Clown Loaches are some of the best fish for any community tank! They are mild mannered their entire lives, sociable with one another, and have mouths too tiny to make a meal out of their tank mates. Even as giant adults they can live alongside Guppies and other small fish.
So long as you provide them ample living space and the right water conditions, your Clown Loaches are pretty much guaranteed to do well with your fish! Be mindful when keeping them with shy fish as Clown Loaches tend to dash about, which may startle them.
Good Tank Mates for Clown Loaches
- Medium sized Livebearers
- Smaller/Peaceful Cichlids
Poor Tank Mates for Clown Loaches
While they are large enough to hold their own with aggressive fish, it’s not recommended to keep Clown Loaches alongside fish that may potentially bite them. Other Botias tend to be solitary and aggressive as well, making them poor tank mates.
- Aggressive Cichlids
- Aggressive Bottom Dwellers (Red Tail Black Sharks, large Catfish, etc)
- Hard water species (Central American & Rift Lake Cichlids)
- Other Botias
As stated earlier, they have sensitive scaleless skin that’s very prone to getting infections. Even seemingly minor bite wounds can lead to serious infections taking hold. What’s more, the jackknife-like barb Clown Loaches have under their eyes is a defense weapon similar to what Surgeonfish and Tangs use.
If pressed, the barb can instantly rip open the flank or eye of an aggressive tank mate. So it’s better for both fish if you keep Clown Loaches alongside peaceful fish.
Feeding Clown Loaches
Like all Botia Clown Loaches are omnivorous but strongly favor invertebrates. They share a lot of features with Spiny Eels, including tiny mouths with sensory barbs capable of rooting out small worms from their hiding places.
Clown Loaches absolutely love snails as well and are one of the best fish to control a Ramshorn Snail infestation. These snails tend to reproduce out of control and one will eventually become hundreds. However Clown Loaches will eat every single one if given the chance.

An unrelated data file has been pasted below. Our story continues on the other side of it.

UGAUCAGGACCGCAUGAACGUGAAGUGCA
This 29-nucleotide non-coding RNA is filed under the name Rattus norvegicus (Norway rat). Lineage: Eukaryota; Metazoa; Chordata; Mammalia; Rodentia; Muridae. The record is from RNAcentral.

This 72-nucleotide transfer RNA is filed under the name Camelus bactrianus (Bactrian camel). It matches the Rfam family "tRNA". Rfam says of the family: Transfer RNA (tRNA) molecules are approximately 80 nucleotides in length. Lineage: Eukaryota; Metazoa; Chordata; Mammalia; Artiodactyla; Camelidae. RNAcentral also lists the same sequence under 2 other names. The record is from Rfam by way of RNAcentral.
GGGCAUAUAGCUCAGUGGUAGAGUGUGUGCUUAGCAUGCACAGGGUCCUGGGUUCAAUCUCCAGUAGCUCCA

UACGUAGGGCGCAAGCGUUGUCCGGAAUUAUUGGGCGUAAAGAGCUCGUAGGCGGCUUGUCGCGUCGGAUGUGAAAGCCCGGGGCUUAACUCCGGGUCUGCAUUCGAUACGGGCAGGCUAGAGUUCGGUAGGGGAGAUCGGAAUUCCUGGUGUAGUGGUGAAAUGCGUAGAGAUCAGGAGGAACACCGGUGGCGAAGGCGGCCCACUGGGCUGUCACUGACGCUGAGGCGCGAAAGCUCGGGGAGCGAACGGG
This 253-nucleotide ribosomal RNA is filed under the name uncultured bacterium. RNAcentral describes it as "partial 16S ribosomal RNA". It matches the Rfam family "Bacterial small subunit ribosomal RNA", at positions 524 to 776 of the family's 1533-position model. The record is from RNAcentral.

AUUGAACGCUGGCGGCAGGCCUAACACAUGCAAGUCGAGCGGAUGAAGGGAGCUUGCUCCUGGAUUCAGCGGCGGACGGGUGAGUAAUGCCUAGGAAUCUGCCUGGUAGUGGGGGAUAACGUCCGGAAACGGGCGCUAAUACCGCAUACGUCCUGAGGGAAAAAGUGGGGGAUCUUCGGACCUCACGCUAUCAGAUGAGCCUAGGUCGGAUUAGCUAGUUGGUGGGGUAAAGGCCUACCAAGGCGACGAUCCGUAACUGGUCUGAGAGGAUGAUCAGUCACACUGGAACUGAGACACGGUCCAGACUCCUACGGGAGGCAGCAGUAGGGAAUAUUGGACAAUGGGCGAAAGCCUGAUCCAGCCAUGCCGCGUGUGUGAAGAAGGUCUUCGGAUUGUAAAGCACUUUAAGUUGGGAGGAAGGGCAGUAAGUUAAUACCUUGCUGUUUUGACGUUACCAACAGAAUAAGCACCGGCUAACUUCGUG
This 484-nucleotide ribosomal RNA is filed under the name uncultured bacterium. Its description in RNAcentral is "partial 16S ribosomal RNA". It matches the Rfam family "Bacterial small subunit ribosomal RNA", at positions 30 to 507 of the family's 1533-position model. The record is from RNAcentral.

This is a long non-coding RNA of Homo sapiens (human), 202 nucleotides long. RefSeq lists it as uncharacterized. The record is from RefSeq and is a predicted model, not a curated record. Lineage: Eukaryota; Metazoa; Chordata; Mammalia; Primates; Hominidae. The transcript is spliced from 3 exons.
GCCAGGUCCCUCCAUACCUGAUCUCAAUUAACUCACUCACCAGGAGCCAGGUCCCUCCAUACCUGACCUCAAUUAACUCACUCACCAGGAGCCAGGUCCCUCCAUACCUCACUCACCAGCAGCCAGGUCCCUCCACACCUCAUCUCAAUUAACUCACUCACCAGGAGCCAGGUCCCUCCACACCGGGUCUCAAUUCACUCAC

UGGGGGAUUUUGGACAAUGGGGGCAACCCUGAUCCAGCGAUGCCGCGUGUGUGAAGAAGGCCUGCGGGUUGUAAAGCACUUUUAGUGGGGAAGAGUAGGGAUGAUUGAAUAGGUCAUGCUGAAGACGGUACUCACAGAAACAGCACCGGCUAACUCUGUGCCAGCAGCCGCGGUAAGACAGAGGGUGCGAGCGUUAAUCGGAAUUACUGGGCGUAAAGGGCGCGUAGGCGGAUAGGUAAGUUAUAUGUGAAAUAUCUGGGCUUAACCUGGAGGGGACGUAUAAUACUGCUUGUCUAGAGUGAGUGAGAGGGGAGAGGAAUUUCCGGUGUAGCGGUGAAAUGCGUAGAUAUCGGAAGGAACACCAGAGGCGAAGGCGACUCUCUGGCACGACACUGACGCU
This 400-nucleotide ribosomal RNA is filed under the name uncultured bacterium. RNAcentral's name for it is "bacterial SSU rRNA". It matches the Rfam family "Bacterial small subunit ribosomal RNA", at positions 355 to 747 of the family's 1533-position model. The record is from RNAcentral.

When feeding Clown Loaches, think small. These fish have teeth in their throats to crunch up tiny invertebrates but not in their mouths. So they prefer tiny items that will fit in their mouths with ease over larger items like pellets.
Flakes, softened pellets, and frozen or live invertebrates like Brine Shrimp, Tubifex and blood worms are by far the best items for Clown Loaches! Briefly boiled vegetables like Spinach and Zucchini also provide them with some roughage and help keep them from abusing your plants too much.
Sexing and Breeding Clown Loaches
Unlike many Botia loaches, Clown Loaches are very social and can be readily kept in small or large groups.
Many aquarists believe that it’s impossible to visually tell the difference between males and females. But with a little extra attention, you can sex them reliably, even when young! This video does a great job of highlighting the differences between male and female Clown Loaches!
Male Clown Loaches are visibly brighter than females, with a more golden tone to their yellow flanks and more red in their fins. Females, on the other hand, are more of a dirty brown or even gray, with less red in their fins. These differences are visible by the time the loaches are 3-4 inches long.
While they are now mostly captive bred, Clown Loaches are quite difficult, if not impossible, to breed in home aquariums. In the wild they are migratory, similar to Salmon. During the rainy seasons they head upriver to spawn in huge groups.
In Asian fish farms, breeders have worked out methods using temperature and water level variations, food conditioning, hormonal influences, and water flow to induce spawning. However these require much more space and technology than most aquarists have at their disposal.
The majority of aquarium spawnings are happy accidents but they do occur on occasion! As egg scatterers neither the male nor female provides any sort of parental care once they lay them.
Normally in the wild, the exhausted Loaches would return downstream to their favored habitat. But in aquariums they are very prone to eventually eating their eggs if you don’t remove them. So you’ll have to keep a close eye on things if you suspect one of your females is gravid (full of eggs)!